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ccHost 5.0 uses its own template engine to merge data queries with text layout. The graphic above shows a high level overview of how other components and data interact with the template engine.

As you can can see from the graphic, the template is a lower level component this is not called directly from URL invocation.

Instead the template engine is used in conjunction with the Query engine when displaying content stored in the database in ccHost (such as user upload meta-data or topics). The best way to understand the most common case usages of the template engine in this way is to study the query templates walk-through. For more advanced features make sure to see the Ultimate Template.

The template engine is also used when displaying pages authored outside the ccHost system as discussed in the Content section via the docs command.

Finally, the template engine is used by the ccHost Skins technology to build a consistent look and feel for pages throughout the site as well as display the results of the current command being processed.

While the template engine is not called directly, it is still important to understand it's functionality if you plan to do HTML or other rendering customization.


Every template is passed two global PHP variables:

$A - an array of all important variables
$T - a CCTemplate object (or derivation)

And don't forget to do regular variable dumps.

Types of Input

The template engine knows how to process these types of files:

  • PHP
  • HTML
  • TPL

What's a TPL File?

A TPL file is a PHP file with special macros in it. When the template engine sees a TPL extension, it will find all the macros and replace them with corresponding PHP.

For geeks: the template engine will run TPL files through a big preg_replace then treat the file as it would any PHP.

TPL Macros

The TPL macros were designed to reduce the typing for template writer. They are strictly meant as a convenience. If you are only hacking on one or very few templates then it might not even be worth your while to bother learning it. If, on the other hand, you plan to do extensive template editing (like creating your own skin) then it shouldn't be too hard to get used to using it.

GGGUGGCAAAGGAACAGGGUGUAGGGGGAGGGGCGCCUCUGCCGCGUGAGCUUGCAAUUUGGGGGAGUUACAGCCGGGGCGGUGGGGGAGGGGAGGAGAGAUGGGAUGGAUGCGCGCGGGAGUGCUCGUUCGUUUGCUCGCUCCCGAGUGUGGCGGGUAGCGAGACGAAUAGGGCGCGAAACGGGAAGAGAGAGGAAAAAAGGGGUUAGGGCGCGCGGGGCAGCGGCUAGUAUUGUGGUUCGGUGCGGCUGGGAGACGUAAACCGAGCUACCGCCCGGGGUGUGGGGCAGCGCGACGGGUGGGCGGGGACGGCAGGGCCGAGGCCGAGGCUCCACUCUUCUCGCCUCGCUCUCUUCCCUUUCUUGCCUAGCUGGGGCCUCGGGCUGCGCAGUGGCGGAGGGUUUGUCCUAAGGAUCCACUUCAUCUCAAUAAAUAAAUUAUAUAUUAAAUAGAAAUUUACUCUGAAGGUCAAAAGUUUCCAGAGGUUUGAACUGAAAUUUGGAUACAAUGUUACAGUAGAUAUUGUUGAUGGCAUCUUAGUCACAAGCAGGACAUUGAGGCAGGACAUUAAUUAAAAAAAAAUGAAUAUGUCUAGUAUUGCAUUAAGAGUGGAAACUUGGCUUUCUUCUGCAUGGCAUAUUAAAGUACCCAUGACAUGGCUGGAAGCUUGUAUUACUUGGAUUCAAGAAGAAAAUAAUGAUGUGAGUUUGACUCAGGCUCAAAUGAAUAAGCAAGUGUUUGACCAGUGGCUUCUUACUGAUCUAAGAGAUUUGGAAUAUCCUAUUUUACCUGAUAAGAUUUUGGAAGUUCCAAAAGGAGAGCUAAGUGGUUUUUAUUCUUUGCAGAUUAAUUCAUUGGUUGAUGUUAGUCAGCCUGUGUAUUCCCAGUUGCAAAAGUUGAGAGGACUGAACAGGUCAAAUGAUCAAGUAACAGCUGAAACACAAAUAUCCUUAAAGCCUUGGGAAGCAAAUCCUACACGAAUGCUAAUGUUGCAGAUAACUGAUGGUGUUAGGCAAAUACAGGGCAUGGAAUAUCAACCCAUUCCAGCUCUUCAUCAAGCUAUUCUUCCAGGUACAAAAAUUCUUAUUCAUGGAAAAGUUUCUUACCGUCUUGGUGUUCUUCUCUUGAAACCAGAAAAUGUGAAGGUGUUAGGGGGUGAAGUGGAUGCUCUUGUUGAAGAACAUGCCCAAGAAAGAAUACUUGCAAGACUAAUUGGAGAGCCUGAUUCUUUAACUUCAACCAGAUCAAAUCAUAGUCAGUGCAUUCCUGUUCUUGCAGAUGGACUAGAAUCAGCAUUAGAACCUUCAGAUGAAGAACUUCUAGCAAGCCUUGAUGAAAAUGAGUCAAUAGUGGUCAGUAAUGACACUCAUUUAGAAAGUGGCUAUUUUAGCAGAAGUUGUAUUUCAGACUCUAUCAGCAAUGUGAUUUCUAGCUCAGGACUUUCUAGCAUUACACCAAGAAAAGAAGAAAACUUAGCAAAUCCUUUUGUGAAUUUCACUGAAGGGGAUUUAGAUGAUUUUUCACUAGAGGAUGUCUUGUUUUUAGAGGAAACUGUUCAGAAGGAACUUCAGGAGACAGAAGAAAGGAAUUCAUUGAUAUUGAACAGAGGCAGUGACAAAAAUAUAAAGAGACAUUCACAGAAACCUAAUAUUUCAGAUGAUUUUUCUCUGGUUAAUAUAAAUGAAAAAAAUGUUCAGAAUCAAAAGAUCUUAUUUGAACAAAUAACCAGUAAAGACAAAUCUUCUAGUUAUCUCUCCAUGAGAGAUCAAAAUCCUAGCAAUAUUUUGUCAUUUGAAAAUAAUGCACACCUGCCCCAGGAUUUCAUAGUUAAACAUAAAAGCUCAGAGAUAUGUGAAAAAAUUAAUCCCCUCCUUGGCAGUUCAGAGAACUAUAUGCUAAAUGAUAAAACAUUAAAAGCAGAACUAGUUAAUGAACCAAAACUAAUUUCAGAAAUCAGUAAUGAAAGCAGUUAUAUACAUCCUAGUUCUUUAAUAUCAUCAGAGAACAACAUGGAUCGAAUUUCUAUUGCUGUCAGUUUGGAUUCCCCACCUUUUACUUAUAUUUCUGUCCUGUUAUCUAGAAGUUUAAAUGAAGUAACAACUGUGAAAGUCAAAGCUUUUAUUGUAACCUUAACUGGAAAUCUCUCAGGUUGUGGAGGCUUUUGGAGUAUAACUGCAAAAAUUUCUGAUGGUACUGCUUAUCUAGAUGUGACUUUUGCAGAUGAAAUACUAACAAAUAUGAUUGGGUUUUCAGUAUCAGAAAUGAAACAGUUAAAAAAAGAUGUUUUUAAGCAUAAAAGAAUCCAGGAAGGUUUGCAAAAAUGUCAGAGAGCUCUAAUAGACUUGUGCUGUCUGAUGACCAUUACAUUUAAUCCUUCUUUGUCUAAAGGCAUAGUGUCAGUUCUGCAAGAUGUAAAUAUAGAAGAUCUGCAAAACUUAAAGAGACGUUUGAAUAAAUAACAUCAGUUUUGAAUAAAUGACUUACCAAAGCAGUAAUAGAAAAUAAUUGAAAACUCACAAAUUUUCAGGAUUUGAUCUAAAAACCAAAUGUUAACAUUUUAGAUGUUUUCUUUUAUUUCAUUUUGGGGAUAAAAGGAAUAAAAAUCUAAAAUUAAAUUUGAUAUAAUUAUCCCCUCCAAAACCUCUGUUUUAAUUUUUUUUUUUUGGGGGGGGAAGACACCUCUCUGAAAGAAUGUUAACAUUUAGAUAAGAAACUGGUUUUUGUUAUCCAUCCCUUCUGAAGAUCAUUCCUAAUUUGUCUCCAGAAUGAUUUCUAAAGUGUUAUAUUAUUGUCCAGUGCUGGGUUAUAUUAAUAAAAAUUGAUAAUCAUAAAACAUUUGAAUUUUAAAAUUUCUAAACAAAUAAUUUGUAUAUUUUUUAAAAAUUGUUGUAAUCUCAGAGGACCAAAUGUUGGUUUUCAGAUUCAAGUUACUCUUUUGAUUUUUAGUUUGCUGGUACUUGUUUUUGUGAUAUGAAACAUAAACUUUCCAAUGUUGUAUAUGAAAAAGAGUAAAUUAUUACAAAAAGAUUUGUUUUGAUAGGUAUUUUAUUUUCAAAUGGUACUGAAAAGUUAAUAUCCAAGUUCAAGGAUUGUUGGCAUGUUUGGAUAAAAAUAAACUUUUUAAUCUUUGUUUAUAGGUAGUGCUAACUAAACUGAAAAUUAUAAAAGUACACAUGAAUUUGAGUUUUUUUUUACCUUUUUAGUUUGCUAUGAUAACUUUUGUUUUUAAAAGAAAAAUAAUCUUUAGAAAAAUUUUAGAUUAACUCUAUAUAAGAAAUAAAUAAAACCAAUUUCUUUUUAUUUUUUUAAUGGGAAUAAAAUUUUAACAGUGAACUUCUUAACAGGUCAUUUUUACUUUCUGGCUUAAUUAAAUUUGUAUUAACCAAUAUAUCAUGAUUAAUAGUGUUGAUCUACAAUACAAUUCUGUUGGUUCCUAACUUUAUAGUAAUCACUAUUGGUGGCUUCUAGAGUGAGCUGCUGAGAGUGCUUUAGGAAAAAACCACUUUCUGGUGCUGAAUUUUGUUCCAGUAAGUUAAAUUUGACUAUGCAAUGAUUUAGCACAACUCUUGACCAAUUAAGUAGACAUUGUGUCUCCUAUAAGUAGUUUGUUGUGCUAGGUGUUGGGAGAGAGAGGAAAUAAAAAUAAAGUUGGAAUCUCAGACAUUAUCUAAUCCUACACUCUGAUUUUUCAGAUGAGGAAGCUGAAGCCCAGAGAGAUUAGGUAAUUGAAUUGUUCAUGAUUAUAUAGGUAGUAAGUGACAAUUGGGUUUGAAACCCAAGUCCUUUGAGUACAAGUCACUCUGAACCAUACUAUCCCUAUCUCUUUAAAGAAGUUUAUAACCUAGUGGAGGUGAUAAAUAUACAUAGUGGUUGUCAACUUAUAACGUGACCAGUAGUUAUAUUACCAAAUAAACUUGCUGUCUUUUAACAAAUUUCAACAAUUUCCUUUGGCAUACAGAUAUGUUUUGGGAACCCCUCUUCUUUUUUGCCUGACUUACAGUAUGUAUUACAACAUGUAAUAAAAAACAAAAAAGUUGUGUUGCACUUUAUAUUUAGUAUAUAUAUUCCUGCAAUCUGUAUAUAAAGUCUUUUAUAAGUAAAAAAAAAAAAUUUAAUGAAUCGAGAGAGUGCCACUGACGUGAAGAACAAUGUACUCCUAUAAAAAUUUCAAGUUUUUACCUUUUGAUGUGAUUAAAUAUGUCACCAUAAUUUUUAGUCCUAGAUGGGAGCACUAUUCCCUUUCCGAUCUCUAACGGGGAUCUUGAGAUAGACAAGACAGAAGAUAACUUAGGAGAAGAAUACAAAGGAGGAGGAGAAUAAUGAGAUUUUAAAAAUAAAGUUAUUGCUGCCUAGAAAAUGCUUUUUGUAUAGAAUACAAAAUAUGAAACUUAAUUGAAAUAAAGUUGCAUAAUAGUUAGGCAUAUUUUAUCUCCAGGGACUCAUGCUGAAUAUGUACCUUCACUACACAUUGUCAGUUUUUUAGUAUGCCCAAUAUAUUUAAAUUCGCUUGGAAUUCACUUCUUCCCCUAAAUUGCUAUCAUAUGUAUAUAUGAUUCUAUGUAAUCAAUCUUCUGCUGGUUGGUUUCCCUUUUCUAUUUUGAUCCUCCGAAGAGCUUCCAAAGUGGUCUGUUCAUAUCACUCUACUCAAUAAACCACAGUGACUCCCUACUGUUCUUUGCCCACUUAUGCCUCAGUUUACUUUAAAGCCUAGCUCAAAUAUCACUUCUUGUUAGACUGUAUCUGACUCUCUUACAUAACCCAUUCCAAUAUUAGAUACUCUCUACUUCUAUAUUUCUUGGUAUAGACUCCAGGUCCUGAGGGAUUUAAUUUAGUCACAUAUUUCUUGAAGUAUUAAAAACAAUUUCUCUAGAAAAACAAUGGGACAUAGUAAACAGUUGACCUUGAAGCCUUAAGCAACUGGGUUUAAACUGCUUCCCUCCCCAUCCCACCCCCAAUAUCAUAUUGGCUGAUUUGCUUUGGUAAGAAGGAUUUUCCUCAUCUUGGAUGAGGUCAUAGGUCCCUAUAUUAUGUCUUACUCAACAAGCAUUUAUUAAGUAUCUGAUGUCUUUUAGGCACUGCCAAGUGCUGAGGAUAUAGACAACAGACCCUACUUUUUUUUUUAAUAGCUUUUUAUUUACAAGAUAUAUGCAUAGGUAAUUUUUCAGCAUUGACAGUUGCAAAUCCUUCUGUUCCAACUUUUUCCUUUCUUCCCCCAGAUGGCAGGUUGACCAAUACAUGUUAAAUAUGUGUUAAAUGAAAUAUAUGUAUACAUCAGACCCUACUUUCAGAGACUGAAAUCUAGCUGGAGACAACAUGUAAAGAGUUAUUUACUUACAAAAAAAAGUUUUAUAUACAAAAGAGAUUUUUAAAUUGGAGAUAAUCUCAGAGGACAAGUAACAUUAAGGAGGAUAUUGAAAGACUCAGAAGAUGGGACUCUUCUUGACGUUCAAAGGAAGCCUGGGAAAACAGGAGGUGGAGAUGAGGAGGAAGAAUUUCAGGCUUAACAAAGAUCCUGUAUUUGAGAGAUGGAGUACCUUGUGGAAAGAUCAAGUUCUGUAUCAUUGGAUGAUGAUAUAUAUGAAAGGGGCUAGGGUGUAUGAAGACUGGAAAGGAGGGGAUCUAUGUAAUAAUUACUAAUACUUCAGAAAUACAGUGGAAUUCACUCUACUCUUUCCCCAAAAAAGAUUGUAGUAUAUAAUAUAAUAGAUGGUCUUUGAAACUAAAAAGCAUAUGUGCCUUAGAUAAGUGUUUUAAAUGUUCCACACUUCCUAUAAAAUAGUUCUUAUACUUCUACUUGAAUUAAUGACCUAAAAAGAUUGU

The best way to learn to expand a bunch of TPL to PHP by using a utility that came with your installation bin/cc-host-parse-tpl.php

Variables Gotchas

In general, when the TPL search/replace parser see a value without quotes, it assume it is an index into the $A array. For example:

%call(macro-name)% expands to: <?= $T->Call($A['head-type']); ?>

If it sees single quotes it assumes it as a literal.

%call('template-file.ext')% expands to <?= $T->Call('template-file.ext'); ?>

In this documentation, most cases when you see var-name you can assume this type of either/or flexible look-up.

To signify a local variable (not an index into $A) use the pound sign (#):

 %call(#R)%  expands to: <?= $T->Call( $R ); ?>

Local variables can be initialized using the map and loop macros.

 %loop(records,R)%             // no '#' 
    <b>%(#R/upload_name)%</b>  // yes '#'

Array indexing is done using the forward slash ('/'). This code initializes a local variable 'R' with the contents of $A['records'][0]:

  %map( #R, records/0 )%  // yes '#'

Macro table

Macro Expands to
%(var-name)% <? echo $A['var-name']; ?>
%append(array_name,value)% <? $A['array_name'][] = 'value'; ?>
%call(var-name)% <?= $T->Call( var-name ); ?>
%chop(var-name,amount)% <?= cc_strchop(var-name,amount,true); ?>
%date('string-date', 'format')% <?= cc_datefmt('string-date','format'); ?>
%else% <? } else { ?>
%end_if% <? } ?>
%end_macro% <? } ?>"
%end_loop% <? } } ?>
%if('var-index')% <? if( !empty($A['var-index']) ) { ?>
%if_attr(var-index,value)% <?= empty($A['var-index']) ?  : "value=\"" . $A['var-index'] . '"'; ?>
%if_null(var-index)% <? if( empty($A['var-index']) ) { ?>
%if_empty(var-index)% (alias for %if_null%)
%if_not_null(var-index)% <? if( !empty($A['var-index']) ) { ?>
%if_not_empty(var-index)% (alias for %if_not_null%)
%if_class{var-name,classname)% <?= empty($var-name) ?  : "class=\"classname\""; ?>
%if_not_class{var-name,classname)% <?= empty($var-name) ?  : "class=\"classname\""; ?>
%if_first(#loop_var)% <? if( ($i_loop_var == 0) ) { ?>
%if_not_first(#loop_var)% <? if( !($i_loop_var == 0) ) { ?>
%if_last(#loop_var)% <? if( ($i_loop_var == $c_loop_var) ) { ?>
%if_not_last(#loop_var)% <? if( !($i_loop_var == $c_loop_var) ) { ?>
%inspect(var-name)% <? CCDebug::Enable(true); CCDebug::PrintVar(var-name); ?>
%loop( array, loop-var)%
  if( !empty(array) ) 
  { $c_loop_var = count(array); 
    $i_loop_var = 0; 
    foreach( array as $k_loop_var => $loop_var) 
%map('left-side','right-side')% <? 'left-side' = right-side; ?>